@ini_set( 'upload_max_size' , '256M' ); @ini_set( 'post_max_size', '256M'); @ini_set( 'max_execution_time', '300' );

Owner Operator Guide: Drive Your Own Business

Our owner-operator guide helps you determine if becoming a trucking owner-operator is right for you. Being an owner-operator can be a great way for you to start your own business, and drive for large carriers. But before becoming an owner-op, you first need to understand what it takes.

What is an owner-operator?

An owner-operator is a small business owner who operates their own truck. In the trucking industry, owner-operators are also referred to as “freelancers” or “independent contractors.”

An owner-operator is someone who owns and operates his or her own truck. They are not employed by a single company but instead are hired by different companies on a contract basis. As such, they have more freedom in choosing their load and schedule.

Most owner-operators are small business owners who own their own trucks and hire drivers to work for them but there are also some large companies that employ owner-operators exclusively.

How to get started

Becoming an owner-operator can be a great way to make money and run your own business. But it’s not easy. You have to start your own trucking company, get your own truck, find customers and manage all the paperwork involved in running a business.

Here are the steps on how to get started:

  1. Evaluate your personal situation.
    Trucking is a great career choice for many people and it is a great business.

    If you have a family, consider the long hours away from home and the time spent away from them. Also, you need to make sure that you have a good support system in place.
    You’ll gain a lot of experience in this business that will help you understand how freight moves around the country and how everyone fits into that process.

     

  2. Assess your finances.
    Before taking the plunge into the trucking business, assess your finances and determine how much you can afford to put into the business.

    You will need to determine how much money you have in savings or assets that you can convert into cash to buy a truck. Also, you need to cover expenses, the cost of fuel, insurance and other expenses for your new business and as well as some cushion for unexpected expenses.

If you don’t want to purchase a truck there are also lease options that will help you get started with a lower start-up cost.

  1. Get a commercial driver’s license (CDL).
    If you drive a commercial vehicle, such as a truck, you need a commercial driver’s license (CDL). The federal government sets the standards for all CDLs.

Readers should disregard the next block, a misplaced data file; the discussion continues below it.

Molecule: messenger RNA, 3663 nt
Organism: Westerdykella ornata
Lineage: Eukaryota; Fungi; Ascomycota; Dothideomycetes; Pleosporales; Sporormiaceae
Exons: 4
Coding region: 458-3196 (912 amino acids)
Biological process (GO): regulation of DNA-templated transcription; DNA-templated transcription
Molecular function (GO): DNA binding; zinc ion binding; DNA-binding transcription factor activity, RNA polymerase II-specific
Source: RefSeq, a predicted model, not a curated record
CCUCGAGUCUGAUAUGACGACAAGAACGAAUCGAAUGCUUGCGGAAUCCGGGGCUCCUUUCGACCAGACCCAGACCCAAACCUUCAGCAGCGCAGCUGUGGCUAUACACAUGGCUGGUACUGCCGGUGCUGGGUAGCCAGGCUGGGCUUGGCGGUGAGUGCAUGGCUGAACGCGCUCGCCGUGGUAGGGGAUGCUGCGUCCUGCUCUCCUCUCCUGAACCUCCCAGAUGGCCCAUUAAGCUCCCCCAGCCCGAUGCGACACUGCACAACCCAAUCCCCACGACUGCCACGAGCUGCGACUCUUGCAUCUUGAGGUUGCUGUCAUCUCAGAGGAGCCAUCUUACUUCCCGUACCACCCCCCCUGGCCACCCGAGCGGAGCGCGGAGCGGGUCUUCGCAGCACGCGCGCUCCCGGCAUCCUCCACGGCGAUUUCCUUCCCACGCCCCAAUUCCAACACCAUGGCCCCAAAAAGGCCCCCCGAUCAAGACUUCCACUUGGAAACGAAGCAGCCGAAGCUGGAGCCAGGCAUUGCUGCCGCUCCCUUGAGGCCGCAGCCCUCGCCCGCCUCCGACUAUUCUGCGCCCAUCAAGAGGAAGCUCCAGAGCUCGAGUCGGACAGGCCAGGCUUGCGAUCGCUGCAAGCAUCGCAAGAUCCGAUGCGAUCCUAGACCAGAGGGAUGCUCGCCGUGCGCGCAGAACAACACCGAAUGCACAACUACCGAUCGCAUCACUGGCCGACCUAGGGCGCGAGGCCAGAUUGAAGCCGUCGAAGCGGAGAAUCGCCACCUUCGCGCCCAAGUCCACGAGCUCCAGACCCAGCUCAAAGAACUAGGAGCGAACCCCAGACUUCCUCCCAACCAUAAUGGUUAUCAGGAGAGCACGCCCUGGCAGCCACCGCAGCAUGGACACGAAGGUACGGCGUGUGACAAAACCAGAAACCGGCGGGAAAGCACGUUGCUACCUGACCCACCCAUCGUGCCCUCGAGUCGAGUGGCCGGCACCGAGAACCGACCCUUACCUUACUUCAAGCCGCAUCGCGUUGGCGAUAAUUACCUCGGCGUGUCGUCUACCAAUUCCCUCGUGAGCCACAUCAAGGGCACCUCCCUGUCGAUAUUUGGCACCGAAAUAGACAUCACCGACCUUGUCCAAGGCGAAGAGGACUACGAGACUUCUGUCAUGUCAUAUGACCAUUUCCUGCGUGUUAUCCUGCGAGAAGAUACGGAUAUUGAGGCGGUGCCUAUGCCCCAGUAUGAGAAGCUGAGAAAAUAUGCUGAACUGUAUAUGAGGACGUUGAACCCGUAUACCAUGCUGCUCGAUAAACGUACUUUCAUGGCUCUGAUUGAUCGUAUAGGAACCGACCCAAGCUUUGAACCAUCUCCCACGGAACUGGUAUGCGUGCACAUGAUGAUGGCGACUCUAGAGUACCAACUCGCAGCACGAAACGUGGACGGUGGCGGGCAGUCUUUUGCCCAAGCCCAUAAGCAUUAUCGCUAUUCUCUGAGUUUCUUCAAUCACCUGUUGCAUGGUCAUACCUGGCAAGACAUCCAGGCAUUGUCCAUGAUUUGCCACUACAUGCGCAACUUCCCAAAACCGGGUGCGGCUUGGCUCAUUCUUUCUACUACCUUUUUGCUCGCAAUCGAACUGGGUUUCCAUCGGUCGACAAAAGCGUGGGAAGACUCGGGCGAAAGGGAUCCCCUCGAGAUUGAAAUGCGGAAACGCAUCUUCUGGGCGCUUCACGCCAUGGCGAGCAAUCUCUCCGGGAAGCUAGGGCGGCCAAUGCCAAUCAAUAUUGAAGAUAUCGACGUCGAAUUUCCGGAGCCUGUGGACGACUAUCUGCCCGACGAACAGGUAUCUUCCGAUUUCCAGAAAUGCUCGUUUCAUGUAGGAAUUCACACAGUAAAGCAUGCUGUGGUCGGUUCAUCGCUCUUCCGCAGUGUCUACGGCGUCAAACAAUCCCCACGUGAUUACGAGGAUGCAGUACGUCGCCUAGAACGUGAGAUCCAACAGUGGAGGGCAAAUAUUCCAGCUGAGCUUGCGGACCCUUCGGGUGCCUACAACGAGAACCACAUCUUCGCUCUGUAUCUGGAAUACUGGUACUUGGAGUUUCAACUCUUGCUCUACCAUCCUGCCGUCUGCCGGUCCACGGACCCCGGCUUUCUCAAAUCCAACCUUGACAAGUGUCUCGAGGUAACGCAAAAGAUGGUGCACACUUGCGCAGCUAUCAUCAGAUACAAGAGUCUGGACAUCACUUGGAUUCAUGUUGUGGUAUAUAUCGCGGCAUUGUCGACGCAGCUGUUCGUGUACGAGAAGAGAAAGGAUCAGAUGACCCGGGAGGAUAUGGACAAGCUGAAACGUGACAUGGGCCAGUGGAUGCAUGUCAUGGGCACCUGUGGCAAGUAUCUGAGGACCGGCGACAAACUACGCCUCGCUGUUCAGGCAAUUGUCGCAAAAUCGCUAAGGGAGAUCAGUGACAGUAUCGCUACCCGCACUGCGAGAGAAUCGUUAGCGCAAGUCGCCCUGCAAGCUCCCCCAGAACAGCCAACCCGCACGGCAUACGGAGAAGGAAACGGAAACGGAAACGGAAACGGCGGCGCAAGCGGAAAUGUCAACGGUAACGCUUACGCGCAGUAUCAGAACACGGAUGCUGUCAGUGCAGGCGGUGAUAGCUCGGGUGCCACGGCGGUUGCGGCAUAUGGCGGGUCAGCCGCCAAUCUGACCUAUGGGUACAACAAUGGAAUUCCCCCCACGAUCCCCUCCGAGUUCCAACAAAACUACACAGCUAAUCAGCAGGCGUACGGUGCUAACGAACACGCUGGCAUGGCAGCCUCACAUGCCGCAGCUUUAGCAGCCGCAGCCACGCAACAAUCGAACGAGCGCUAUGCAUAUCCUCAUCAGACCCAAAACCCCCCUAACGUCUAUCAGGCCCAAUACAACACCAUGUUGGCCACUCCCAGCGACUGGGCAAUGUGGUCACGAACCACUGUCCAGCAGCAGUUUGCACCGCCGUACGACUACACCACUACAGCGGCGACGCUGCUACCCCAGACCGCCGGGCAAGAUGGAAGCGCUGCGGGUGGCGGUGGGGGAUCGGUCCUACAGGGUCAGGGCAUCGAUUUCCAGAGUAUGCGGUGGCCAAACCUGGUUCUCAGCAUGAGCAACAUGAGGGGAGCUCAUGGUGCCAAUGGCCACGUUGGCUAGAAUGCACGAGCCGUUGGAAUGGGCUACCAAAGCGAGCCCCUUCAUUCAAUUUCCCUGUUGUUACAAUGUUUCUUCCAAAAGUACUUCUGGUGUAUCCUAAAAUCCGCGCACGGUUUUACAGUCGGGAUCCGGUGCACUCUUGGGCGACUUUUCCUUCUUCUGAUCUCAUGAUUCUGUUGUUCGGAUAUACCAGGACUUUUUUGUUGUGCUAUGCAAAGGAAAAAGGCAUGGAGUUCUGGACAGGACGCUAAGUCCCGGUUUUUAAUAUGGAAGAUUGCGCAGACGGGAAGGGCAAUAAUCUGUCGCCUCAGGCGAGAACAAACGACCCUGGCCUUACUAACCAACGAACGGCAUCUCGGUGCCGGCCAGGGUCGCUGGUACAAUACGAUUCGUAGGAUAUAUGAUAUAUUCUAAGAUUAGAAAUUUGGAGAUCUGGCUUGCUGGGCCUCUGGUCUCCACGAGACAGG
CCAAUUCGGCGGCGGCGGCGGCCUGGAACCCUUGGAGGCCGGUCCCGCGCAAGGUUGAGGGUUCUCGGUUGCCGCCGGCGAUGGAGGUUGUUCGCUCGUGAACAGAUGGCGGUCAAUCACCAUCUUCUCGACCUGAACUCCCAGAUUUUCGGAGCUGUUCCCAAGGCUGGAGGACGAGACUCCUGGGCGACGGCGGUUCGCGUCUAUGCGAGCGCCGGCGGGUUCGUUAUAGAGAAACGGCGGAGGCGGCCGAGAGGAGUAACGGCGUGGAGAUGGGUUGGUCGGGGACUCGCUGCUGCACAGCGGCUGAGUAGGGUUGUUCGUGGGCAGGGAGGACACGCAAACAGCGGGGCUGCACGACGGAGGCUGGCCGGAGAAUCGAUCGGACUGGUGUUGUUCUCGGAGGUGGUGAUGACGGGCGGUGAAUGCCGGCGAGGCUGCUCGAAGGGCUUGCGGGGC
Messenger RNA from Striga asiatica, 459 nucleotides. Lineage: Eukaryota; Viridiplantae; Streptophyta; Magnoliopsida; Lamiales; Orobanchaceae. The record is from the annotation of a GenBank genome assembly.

To get a CDL, you must:
    • Be 18 years old (in some states, you must be 21).
    • Pass an eye exam and a written knowledge test on driving rules and traffic signs. (Some states also require an on-the-road skills test.)
    • Have a valid state driver’s license or be legally eligible to apply for one in your state of residence.

       

  1. Form a business.
    If you’re going to be an over-the-road owner-operator, you need to have a trucking business. This means that you will need to form an LLC or corporation.

    An LLC is a limited liability company. This can help protect your personal assets and have them treated separately from your business assets.

    A corporation is a legal entity that can be formed by filing documents with the state and paying a fee. A corporation offers more limited liability protection than an LLC.

    Once you’ve decided what type of business structure you want, complete the application and pay the necessary fee to submit it.

     

  2. File for USDOT number.
    To obtain a USDOT number, file an application through the
    FMCSA Website. This is the federal identification number that all commercial vehicles must have.

    After your application has been accepted, you’ll be assigned a unique 17-digit number that will be visible on your truck’s license plate.

  3. Get your trucking authority.
    To operate as an owner-operator, you must obtain your MC number by applying with the Federal Motor Carrier Safety Administration (FMCSA). The FMCSA regulates interstate commerce by setting the standards for commercial drivers and their vehicles. If you’re interested in becoming an independent contractor driver, applying for an MC number is free and easy to do online.